Series

My series on the nature of multiplication can be accessed best through What Is Multiplication – The Series.

My series on Operators, Functions and Properties is summarized in Operators, Functions and Properties: The Series.

My series on vector algebra and matrix algebra is summarized in Groupings, Shopping Lists, and Vectors: The Series.

A series on different conceptions of “middle” and weighted averages can be accessed through In the Middle – The Series.

My series on Math in the Comics is summarized in Math in the Comics – The Series.

The series on different kinds of quantities is summarized in Quantity – The Series.

The series on when the whole is more than the sum of the parts is summarized in The Whole and the Parts – The Series.

The series on mathematical notation and schools is incomplete.  It is summarized in Mathematical Notation and Schools: The Series.

The series on black boxes is incomplete.  So far, it has two installments:

Representations – Black Boxes – a way of picturing situations where we are thinking about what it is that drives a certain behavior

Representations – Black Boxes – Equivalence -when different designs drive identical behavior

There is a broader series on Representations, also on-going.  Here are the installments:

Representations – Processes and Snapshots – traditional representations – for good reasons – are static.  How much is lost?

Representations – Foreground and Background – any representation will relegate certain details to the background and emphasize others by putting them in the foreground.  This isn’t bad, and even if it was, it is simply unavoidable.   Are the relevant bits in the foreground?

Representations – Formulas and Some Alternatives – we’re used to a particular way of writing formulas.  Fine.  But no need to be stuck with them.

Representations – Number and Some Alternatives – we’re used to a particular way of writing numbers.  Fine.  But no need to be stuck with them.  Real-life examples of alternatives.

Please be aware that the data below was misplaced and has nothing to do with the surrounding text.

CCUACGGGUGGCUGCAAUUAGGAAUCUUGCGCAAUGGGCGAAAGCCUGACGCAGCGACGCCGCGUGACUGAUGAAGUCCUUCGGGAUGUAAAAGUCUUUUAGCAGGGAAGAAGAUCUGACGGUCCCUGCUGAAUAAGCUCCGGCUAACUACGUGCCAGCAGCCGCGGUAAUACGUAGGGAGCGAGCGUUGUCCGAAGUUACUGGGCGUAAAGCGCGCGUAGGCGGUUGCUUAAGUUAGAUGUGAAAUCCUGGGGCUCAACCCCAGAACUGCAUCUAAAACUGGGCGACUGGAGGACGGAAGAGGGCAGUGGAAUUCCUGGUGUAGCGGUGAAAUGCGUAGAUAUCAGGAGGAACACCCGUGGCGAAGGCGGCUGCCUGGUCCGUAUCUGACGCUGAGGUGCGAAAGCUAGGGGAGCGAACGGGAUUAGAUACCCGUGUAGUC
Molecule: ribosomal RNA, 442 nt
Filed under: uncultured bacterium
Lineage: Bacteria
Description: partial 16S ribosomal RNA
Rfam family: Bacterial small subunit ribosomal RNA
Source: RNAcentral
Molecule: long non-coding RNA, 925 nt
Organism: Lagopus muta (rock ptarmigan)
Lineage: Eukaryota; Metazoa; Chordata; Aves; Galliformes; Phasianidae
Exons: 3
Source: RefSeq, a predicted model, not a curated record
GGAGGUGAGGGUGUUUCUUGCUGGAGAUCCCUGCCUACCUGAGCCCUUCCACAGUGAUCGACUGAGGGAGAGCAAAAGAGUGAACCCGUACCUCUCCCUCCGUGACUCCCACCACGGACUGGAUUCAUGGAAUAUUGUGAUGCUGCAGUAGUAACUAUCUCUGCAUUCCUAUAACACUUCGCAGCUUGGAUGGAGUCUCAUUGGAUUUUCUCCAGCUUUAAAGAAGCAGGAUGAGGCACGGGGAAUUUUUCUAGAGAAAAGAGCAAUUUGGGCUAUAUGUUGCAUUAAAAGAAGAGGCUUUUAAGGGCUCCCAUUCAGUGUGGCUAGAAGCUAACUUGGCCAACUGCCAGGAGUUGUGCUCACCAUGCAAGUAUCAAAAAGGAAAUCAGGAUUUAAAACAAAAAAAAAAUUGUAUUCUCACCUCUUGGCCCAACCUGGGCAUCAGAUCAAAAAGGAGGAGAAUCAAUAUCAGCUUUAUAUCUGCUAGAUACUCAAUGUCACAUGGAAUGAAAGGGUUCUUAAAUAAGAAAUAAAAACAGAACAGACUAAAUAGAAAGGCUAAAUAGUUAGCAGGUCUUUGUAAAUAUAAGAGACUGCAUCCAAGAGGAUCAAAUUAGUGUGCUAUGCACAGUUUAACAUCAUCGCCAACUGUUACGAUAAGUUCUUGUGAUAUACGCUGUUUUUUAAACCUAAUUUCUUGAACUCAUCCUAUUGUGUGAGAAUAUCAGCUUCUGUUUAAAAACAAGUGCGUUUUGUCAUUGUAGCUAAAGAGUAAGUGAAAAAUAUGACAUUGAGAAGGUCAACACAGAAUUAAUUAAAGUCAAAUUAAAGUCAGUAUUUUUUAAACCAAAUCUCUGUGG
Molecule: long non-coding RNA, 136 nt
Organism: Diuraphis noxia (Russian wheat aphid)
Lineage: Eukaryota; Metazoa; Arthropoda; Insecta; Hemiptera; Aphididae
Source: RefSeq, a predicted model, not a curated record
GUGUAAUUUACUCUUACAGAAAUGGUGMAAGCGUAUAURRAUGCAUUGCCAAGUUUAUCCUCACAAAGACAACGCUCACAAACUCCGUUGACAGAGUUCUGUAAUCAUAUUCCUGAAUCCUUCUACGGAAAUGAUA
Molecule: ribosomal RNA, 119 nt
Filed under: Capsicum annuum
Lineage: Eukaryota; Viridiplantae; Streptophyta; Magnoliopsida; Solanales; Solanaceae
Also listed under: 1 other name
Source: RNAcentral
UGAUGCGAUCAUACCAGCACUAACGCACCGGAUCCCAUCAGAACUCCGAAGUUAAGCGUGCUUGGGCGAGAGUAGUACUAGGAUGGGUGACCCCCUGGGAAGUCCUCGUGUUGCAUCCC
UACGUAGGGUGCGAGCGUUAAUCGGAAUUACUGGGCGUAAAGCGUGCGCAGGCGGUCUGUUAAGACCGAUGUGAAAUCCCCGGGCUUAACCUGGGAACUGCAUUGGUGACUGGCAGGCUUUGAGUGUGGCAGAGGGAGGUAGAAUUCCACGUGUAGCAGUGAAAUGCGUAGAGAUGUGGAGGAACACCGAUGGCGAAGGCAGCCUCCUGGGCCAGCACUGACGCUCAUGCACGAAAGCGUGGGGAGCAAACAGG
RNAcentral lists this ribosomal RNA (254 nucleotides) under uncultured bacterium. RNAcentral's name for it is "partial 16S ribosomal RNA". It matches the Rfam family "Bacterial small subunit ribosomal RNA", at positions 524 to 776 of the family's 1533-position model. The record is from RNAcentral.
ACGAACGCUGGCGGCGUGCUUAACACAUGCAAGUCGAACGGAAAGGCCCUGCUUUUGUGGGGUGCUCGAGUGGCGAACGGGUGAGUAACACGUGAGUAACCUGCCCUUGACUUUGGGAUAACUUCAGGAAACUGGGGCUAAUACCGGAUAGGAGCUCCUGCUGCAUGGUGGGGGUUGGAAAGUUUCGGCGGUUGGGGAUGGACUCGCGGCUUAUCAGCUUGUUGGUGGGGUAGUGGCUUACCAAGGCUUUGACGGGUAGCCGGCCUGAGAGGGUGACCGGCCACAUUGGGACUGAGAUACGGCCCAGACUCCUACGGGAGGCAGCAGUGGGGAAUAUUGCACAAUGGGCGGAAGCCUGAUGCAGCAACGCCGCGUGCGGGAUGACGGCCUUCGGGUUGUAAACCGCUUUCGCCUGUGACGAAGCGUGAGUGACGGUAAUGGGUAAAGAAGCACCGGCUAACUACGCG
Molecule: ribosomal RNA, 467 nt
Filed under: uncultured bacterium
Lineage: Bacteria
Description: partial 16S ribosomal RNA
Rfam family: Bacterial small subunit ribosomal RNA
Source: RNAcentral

Representations – Black Boxes – when parts of the world have an inside and an outside.

Here is a series, complete for now, which deals with key mathematical ideas (made explicit and articulated in computer science) that are quite simple, important, but somehow never found their way into the normal math curriculum:

Key Math Ideas Not Taught In School – introduction, in response to a TED talk by Arthur Benjamin

Key Math Ideas Not Taught In School – Invariants – when you do something that takes multiple steps, the natural inclination is to look at what is changing.  Equally important is to look at what it is that stays the same.  We specifically look at counting in this post.

Key Math Ideas Not Taught In School – Invariants II – in this post we look at sorting, from the perspective of what stays the same while we are doing the sorting.

Key Math Ideas Not Taught In School – Transactions – when something takes multiple steps, you need to keep track of things.  Transactions provide a way to think about how you keep track of things along the way.  A look at escrow and marriage ceremonies.

Key Math Ideas Not Taught In School – Transactions II – more on keeping track.  The example explored here is that of taking your pills, neither forgetting to take them at all nor risking taking them twice.

One Response to Series

  1. Pingback: The Whole and the Parts – The Series « Learning and Unlearning Math

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